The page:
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Va. Ban On Spam Is Ruled Unlawful
"Horrendous," said Jon Praed of the Internet Law Group, which has represented America Online, Verizon and other Internet providers. "The idea that someone can intrude on someone else's mail server, because they might be reciting the Gettysburg Address? I guess a burglar can break into your home as long as they are reciting the Gettysburg Address."
Praed noted that spam is not likely to increase in Virginia just because the law has been struck; federal law also prohibits spam, spam filters screen much of it and expert spammers often are out of the country. But spam does provide links to dangerous and illegal places on the Web, particularly for young users, as well as inject viruses and other bad software into computers, giving lawmakers a compelling reason to regulate it, Praed said.
The U.S. Internet Service Providers Association estimated that 90 percent of e-mail is spam. Internet service providers "should not be required to bear the cost of the abuse of their e-mail networks," said Kate Dean, executive director of the association, which filed briefs in support of the law.
Jaynes was convicted by a jury of sending tens of thousands of e-mails through America Online servers in Loudoun. Jaynes's e-mails were advertising products to help pick stocks, erase one's Internet search history and obtain refunds from FedEx and contained hyperlinks within the e-mail redirecting the recipient to those businesses. His attorney Thomas M. Wolf of Richmond noted that there was nothing fraudulent about the e-mails; Jaynes was prosecuted simply for sending them en masse.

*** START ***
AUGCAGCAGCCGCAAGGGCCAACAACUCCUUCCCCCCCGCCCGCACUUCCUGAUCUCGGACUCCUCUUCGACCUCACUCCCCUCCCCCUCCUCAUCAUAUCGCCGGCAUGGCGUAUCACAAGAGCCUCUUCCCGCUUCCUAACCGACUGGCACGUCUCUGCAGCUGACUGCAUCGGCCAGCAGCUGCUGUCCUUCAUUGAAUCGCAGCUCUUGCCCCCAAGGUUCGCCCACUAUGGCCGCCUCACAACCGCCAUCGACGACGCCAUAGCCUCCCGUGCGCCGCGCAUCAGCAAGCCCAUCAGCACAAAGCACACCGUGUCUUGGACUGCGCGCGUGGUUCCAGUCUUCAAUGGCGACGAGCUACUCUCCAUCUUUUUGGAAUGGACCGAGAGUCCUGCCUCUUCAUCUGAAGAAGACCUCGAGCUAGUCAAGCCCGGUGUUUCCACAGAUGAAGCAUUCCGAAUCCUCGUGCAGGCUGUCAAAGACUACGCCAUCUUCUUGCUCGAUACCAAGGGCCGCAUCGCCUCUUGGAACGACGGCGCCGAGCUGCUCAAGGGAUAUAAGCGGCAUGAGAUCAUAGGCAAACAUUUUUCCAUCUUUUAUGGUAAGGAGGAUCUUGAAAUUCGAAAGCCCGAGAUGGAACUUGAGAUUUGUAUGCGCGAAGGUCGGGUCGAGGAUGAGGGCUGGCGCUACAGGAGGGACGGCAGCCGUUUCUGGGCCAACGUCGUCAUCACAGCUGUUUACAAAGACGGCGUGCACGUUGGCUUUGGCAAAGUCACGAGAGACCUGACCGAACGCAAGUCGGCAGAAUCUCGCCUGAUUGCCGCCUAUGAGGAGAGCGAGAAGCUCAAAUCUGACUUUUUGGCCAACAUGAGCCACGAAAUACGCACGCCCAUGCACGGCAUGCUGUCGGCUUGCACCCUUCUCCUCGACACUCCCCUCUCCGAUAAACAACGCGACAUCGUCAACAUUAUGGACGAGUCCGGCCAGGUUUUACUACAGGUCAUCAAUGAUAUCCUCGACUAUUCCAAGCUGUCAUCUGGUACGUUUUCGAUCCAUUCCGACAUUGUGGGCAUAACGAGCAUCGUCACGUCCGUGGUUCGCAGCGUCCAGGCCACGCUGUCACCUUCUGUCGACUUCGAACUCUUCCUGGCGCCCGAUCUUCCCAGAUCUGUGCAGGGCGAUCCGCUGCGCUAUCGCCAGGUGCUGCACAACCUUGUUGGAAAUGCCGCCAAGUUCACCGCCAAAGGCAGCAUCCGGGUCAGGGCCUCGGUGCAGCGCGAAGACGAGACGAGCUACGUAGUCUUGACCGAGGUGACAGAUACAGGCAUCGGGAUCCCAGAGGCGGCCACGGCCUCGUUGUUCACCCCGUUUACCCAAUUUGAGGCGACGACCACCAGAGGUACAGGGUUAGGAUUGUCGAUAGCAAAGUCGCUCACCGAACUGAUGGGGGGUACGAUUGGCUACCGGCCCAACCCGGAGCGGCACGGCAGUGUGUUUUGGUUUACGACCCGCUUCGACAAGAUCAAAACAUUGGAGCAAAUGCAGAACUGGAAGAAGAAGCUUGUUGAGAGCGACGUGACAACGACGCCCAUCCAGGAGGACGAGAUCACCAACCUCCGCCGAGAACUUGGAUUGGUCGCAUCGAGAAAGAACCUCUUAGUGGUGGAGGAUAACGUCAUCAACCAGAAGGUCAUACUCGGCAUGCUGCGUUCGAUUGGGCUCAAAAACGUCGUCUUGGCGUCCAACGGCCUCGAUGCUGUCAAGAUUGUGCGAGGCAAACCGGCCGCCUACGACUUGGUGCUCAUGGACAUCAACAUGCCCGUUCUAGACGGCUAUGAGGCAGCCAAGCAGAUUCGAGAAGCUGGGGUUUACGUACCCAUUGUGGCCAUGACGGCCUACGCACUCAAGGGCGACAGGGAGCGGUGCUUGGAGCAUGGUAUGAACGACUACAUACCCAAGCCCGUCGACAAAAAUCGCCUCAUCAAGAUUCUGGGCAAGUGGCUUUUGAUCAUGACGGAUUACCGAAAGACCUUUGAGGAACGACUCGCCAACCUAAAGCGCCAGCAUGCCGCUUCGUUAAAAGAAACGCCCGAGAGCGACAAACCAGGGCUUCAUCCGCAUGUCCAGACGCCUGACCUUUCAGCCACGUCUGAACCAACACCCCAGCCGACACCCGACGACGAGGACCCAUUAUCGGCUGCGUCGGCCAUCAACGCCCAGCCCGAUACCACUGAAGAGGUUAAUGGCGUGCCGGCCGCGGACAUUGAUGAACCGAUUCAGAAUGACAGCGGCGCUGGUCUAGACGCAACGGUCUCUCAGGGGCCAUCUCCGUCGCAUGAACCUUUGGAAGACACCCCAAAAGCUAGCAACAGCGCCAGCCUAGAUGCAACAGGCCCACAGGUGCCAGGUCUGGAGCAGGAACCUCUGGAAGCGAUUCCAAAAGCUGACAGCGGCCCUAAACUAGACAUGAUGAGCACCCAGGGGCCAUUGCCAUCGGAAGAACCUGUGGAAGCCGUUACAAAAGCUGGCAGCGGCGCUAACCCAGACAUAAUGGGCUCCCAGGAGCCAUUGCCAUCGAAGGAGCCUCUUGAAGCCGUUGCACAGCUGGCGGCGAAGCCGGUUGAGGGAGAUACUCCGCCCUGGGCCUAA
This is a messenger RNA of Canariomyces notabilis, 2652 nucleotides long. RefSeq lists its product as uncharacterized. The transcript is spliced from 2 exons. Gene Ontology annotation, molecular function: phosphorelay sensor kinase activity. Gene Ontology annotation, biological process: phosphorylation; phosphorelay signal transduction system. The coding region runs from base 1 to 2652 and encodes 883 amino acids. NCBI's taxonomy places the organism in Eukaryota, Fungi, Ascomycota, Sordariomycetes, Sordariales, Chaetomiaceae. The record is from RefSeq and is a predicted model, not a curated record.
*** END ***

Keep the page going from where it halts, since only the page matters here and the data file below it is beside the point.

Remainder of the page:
"Everybody hates spam," Wolf said. "The point is, you don't have to trample the Constitution to regulate spam."
Virginia's anti-spam law made it a misdemeanor to send unsolicited bulk e-mail by using false transmission information, such as a phony domain name or Internet Protocol address. The domain name is the name of the Internet host or account, such as "aol.com." The Internet Protocol is a series of numbers, separated by periods, assigned to specific computers. The crime becomes a felony if more than 10,000 recipients are mailed in a 24-hour period.
Chris Thompson, a spokesman for Spamhaus, an international nonprofit group that tracks and combats spammers, pointed out that unlicensed radio stations may not broadcast, only the Postal Service can place mail in mailboxes and loud sound trucks may not troll neighborhoods with impunity.
"None of those minor restrictions appear to infringe on a citizen's ability to express themselves freely," Thompson said. "Why the court would deny basic protections for ISP servers and bandwidth escapes us."